Starting college is hard enough. For most it means a new friends, new courses and a new city.
But what if starting college also included a new country? This is the reality for many students at the University of Miami.
Terence Gilbertson, 23, is in his second year at UM and he says that one of the most prominent differences between Miami and his hometown of Singapore is how education is approached.
“In Singapore people are very competitive. Everyone is afraid of losing it out to the next guy. There is more competition for studies,” Gilbertson said. “It’s a common occurrence in Singapore education that people tell their classmates that they’re not studying to slow them down and then they will go home and study like crazy.”
UM exchange student Camilla Hunsley,19, has come to spend a year in Miami from London, England. She agrees that classes have a different style in South Florida.
“I did my first pop quiz yesterday. It was so bizarre. I’ve never done any sort of online quiz before. I had no idea what it was going to be like,” Hunsley said.
Hunsley also added that campus life is very different.
“The campus is huge. It’s all stretched out. It’s beautiful with all the palm trees and the swimming pool,” Hunsley said. “Back home campus is very work-based. You sort of have to make your own fun.”
Studying is not the only differences these students find at UM.
“People seem to know how to have fun better here than in Singapore,” Gilbertson said. “Singapore is a lot more tame. ”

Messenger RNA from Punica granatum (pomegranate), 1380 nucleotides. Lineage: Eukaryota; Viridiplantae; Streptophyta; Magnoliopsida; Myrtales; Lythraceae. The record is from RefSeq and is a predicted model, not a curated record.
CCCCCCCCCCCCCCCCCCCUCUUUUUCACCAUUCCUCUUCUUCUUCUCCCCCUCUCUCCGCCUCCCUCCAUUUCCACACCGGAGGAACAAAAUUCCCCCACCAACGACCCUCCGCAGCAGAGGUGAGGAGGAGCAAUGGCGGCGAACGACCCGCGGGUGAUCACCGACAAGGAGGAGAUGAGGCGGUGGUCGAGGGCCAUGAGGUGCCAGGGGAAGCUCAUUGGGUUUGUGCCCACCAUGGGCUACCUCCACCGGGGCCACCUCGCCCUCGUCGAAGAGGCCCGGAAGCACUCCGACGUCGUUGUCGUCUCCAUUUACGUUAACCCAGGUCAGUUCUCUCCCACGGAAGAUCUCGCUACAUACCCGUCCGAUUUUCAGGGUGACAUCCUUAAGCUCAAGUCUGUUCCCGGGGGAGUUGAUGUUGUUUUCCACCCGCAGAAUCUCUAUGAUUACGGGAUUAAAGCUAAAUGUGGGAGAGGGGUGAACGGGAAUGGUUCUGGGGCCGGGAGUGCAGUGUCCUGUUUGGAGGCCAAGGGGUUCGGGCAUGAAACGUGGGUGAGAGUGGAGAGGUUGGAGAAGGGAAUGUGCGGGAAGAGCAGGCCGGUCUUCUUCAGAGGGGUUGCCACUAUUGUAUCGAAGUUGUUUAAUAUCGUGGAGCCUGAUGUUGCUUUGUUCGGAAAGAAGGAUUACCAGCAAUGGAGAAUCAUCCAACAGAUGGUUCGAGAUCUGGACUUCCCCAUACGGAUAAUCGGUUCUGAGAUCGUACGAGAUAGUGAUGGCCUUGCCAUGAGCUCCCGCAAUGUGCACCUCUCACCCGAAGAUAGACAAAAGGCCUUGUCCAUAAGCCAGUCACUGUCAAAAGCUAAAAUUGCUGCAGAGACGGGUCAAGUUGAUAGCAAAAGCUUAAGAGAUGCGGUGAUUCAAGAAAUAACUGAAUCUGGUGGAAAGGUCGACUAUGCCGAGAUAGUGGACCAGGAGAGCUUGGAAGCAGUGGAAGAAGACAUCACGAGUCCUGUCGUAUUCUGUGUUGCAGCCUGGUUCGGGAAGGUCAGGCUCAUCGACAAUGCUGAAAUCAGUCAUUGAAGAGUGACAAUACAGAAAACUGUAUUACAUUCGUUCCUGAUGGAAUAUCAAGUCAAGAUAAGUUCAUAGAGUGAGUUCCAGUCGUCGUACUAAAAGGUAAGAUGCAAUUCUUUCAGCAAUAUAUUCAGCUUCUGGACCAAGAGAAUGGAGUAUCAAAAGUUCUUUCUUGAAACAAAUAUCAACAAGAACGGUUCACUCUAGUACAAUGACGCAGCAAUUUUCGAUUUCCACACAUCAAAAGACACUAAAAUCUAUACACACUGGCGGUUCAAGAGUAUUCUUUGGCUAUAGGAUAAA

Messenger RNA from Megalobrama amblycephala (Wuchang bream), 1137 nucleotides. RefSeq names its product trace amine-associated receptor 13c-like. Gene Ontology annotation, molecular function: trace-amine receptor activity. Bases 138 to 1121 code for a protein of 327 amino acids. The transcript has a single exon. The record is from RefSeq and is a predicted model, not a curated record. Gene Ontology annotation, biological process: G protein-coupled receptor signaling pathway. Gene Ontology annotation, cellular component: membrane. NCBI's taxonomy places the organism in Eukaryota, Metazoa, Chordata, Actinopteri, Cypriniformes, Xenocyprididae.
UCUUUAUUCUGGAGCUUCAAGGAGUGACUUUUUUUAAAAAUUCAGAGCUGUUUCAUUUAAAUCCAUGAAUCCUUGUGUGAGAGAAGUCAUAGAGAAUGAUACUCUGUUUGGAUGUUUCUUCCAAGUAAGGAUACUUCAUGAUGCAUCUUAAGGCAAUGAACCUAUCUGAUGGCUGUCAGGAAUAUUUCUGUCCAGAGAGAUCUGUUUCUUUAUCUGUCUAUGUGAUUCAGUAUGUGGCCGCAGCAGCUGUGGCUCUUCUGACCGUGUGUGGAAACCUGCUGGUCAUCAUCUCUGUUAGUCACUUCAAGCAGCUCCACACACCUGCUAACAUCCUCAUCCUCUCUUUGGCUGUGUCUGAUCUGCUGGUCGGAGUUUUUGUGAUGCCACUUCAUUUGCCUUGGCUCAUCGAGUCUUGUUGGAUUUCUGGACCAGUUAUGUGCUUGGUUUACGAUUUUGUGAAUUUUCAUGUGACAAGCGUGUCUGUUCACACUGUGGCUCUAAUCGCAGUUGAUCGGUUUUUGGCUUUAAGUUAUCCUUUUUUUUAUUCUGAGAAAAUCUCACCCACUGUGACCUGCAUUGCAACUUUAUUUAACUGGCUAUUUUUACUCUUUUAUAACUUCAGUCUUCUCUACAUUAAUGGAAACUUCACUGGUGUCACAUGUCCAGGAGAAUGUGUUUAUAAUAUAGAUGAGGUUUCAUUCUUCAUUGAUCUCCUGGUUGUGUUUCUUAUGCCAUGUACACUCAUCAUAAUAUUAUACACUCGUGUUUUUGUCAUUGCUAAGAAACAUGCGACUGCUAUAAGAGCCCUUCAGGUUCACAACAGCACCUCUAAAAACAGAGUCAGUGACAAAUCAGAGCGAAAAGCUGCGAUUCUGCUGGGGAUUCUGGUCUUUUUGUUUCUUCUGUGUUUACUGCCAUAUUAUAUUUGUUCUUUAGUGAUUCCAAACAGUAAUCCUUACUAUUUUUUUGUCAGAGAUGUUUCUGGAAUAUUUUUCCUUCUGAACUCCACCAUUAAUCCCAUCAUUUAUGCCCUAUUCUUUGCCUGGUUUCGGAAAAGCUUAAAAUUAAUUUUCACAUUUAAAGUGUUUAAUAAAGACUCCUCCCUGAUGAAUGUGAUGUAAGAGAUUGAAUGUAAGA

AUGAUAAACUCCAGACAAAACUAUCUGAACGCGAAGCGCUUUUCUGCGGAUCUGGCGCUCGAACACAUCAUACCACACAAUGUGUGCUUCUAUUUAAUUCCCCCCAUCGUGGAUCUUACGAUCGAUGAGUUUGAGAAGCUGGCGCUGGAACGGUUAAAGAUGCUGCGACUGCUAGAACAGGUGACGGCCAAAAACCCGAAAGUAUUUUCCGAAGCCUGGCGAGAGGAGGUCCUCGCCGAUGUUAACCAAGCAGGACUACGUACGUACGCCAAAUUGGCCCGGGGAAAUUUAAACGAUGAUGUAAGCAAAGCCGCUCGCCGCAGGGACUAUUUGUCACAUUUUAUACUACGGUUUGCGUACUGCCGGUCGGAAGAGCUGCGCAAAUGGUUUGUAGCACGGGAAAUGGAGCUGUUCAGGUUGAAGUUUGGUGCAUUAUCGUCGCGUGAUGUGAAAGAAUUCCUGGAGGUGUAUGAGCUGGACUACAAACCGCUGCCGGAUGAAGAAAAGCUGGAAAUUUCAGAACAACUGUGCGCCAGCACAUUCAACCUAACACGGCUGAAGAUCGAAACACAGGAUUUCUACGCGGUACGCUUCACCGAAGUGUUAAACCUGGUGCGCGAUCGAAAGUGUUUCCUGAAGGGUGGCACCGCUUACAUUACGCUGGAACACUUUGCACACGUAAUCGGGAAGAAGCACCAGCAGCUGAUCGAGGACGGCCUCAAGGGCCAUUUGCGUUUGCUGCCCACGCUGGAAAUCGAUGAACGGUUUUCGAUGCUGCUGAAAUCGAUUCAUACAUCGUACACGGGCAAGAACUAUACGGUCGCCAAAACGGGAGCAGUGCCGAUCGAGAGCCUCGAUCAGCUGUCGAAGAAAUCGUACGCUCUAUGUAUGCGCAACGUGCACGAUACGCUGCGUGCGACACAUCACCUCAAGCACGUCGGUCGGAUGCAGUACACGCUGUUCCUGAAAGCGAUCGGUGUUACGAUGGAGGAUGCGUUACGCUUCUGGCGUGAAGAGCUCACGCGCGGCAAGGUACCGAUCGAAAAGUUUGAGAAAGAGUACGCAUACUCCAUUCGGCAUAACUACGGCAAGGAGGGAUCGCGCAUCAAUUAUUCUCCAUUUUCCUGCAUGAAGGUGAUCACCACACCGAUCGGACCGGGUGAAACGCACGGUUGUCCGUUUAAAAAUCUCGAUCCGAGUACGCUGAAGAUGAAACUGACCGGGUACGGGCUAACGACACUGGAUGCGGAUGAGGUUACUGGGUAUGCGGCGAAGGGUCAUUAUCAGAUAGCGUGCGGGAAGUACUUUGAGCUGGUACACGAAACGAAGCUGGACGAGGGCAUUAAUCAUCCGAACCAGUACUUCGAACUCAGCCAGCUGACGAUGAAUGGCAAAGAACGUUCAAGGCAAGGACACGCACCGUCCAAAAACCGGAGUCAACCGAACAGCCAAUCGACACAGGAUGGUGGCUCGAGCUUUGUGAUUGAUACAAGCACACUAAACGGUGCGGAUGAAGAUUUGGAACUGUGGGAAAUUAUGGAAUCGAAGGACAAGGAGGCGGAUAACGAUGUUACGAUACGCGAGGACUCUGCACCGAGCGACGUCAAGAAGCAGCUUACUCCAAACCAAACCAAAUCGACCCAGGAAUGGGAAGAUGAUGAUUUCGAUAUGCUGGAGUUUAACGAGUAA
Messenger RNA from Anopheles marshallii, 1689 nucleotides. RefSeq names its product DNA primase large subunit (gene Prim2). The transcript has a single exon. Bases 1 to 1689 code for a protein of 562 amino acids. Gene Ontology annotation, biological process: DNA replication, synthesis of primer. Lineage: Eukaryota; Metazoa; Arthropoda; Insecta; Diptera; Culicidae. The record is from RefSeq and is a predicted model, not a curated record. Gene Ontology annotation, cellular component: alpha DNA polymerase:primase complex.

“The frat parties and stuff with police breaking them up, that doesn’t happen at home,” Hunsley said giggling. “We don’t have fraternities and sororities. I have friends at home that watch ‘Greek.’ It’s weird because that’s exactly what it is like here.”
Adjusting to classes and partying is one thing, but adjusting to language barriers, that’s another story. Gilbertson said that he makes a more American version of English because his Singaporean English or “Singlish,” as he calls it, includes a lot of local slang and Chinese influence.
Hunsley also says that language is definitely an issue, both with Spanish-speaking Miami natives and her own English accent.
“I say ‘cheers’ sometimes, you know like thanks? Cheers. People try and mimic the British accent. But I’ve become a bit more ‘Americanized’ I think. I spoke to friends from home and I used ‘like’ every three words and I even said totally once.”
Senior Nicole Ralph-Forton, the president of the Council of International Students and Organizations, thinks this diversity is very benifical.
“The University of Miami is known on having an eclectic group of people and by having this student-run organization on campus, the students are able to learn from each other and about the world. We believe that you can learn plenty outside a classroom setting and what better teachers than your fellow students.”